WEBVTT physics/ap-physics-1-2/fullerton
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Hi everyone. I am Dan Fullerton and I am thrilled to welcome you back to Educator.com.
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Today's topic is simple harmonic motion.
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Our objectives are going to be to sketch and analyze a graph of displacement as a function of time for an object undergoing simple harmonic motion, to write down an appropriate expression for displacement of the form A-cos(ωt) or A-sin(ωt), where ω is going to be that angular frequency.
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We will state the relations between displacement, velocity, and acceleration and determine the points in the motion where these quantities are minimum, 0, and maximum for an object undergoing simple harmonic motion, determine the total energy of an object in simple harmonic motion and sketch graphs of kinetic and potential energies as functions of time or displacement, and determine the period of oscillation for an ideal pendulum as well as a mass on a spring with a horizontal mass and a vertical mass.
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That is what we are going to try and accomplish here.
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All right. What is simple harmonic motion?
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Simple harmonic motion is nature's typical reaction to a disturbance.
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It is all over in this world in many, many places.
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When you disturb something it typically responds with simple harmonic motion.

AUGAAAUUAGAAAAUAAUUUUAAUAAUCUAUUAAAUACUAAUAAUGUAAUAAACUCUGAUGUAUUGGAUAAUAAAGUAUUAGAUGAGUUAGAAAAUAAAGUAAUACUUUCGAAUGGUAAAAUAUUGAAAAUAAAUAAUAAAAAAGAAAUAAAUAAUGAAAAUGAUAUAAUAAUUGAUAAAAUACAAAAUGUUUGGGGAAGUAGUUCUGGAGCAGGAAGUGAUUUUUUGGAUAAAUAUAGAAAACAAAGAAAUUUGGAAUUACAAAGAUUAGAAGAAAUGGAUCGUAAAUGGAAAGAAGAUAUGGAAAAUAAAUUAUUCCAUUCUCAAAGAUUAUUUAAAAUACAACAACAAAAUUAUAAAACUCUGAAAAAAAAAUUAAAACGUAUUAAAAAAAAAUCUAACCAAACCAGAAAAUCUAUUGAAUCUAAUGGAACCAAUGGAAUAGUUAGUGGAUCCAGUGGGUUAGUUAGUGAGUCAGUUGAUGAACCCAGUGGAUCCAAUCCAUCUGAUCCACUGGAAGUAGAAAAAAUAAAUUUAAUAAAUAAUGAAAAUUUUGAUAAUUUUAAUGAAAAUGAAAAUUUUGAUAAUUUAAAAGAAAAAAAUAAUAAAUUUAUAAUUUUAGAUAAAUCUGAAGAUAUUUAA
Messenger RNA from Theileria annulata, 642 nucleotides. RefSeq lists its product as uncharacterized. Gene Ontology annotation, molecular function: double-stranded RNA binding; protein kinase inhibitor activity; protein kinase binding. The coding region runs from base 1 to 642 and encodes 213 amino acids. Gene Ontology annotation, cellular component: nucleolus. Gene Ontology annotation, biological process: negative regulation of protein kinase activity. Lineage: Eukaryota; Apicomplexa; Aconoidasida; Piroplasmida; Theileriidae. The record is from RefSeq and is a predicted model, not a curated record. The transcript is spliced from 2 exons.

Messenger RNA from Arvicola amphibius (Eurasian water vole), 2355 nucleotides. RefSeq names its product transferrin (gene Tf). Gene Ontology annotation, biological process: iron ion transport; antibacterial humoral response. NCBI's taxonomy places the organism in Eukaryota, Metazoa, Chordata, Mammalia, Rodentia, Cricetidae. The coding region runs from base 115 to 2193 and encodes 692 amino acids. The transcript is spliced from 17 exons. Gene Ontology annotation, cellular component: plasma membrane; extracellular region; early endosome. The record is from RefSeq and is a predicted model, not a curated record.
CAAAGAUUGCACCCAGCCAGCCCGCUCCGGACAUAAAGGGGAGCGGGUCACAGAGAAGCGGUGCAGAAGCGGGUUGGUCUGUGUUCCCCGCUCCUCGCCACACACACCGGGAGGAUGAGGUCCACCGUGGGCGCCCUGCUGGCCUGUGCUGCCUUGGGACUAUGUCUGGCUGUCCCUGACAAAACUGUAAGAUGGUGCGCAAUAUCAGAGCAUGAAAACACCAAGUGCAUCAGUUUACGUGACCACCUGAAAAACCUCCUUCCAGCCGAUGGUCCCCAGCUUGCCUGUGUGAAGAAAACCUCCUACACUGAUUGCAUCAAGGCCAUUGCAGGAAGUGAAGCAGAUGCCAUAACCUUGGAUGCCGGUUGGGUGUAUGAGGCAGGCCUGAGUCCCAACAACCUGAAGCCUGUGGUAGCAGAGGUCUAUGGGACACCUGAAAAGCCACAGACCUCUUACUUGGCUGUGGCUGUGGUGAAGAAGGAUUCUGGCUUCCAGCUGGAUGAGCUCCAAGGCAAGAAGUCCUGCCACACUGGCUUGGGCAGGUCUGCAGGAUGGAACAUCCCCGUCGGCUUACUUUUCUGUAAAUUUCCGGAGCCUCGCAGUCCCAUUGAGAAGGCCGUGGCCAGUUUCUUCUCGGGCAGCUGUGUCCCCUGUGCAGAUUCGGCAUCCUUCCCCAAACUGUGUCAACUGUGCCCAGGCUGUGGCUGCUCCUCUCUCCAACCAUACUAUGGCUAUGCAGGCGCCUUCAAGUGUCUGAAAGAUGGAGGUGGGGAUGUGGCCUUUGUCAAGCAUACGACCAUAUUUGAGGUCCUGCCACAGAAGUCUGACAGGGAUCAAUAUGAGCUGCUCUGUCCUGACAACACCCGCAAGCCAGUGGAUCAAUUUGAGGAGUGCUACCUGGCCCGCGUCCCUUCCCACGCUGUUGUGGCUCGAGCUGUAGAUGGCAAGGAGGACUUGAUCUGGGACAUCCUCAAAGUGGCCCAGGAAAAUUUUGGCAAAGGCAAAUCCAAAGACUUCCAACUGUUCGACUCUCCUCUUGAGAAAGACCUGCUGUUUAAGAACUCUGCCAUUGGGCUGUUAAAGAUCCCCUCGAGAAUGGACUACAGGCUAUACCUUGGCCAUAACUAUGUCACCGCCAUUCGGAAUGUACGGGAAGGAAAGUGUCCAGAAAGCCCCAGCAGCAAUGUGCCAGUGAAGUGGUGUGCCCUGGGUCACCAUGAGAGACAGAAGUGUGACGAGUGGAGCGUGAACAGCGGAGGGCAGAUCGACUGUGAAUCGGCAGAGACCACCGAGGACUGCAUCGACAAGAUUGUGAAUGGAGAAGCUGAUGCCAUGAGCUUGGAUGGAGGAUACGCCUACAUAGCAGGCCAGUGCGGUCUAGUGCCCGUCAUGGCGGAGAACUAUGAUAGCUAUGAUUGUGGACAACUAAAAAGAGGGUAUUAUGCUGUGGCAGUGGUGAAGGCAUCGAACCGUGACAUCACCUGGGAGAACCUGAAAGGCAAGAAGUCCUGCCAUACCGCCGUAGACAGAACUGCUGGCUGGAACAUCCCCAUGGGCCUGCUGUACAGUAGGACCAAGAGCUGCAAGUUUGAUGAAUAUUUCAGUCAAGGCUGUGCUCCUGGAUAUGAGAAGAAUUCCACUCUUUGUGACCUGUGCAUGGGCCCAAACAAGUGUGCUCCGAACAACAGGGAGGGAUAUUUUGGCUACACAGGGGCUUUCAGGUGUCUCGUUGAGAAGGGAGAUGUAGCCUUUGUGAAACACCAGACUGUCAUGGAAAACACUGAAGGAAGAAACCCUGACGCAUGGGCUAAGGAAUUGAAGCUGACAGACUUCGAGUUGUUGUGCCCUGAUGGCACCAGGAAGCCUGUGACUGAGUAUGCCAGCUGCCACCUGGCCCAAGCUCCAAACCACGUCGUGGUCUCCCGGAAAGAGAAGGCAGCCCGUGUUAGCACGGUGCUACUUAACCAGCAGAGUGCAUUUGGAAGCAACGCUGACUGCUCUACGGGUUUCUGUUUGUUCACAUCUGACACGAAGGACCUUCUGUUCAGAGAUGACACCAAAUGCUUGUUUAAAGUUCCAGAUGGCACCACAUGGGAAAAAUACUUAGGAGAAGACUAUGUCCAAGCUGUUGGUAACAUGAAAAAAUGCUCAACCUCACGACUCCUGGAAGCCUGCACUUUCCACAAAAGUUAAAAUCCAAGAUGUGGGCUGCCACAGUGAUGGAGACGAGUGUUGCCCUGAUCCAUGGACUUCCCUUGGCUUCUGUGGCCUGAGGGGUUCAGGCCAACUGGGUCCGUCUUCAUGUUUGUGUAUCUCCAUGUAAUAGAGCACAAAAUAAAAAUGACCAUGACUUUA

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That could be something as simple as walking past a tree -- if you brush a branch, the branch gets a force done and starts oscillating back and forth.
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Simple harmonic motion -- it is all over .
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A displacement which results in a linear restoring force results in simple harmonic motion.
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And the simple items we are going to focus on for today are going to be an ideal pendulum, a pendulum where the string has no mass and a mass on a spring, going back and forth due to that spring.
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Let us start with a review of springs.
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When a force is applied to a spring, the spring applies a restoring force and a spring can be compressed or it can be stretched.
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When the spring is in equilibrium, it is unstrained; it is in its happy position; it is just thrilled to be there.
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The factors affecting the force of a spring -- well the spring constant (k) is how tough it is to compress or stretch the spring.
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The bigger the spring constant, the tougher it is to compress or stretch and that is measured in Newton's per meter (N/m) and the displacement is always measured from equilibrium.
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We could make a graph of the force of a spring vs. the displacement and when we do that, for an object obeying Hooke's Law, we should get a straight line where the slope of that line which is rise over run, gives us our spring constant.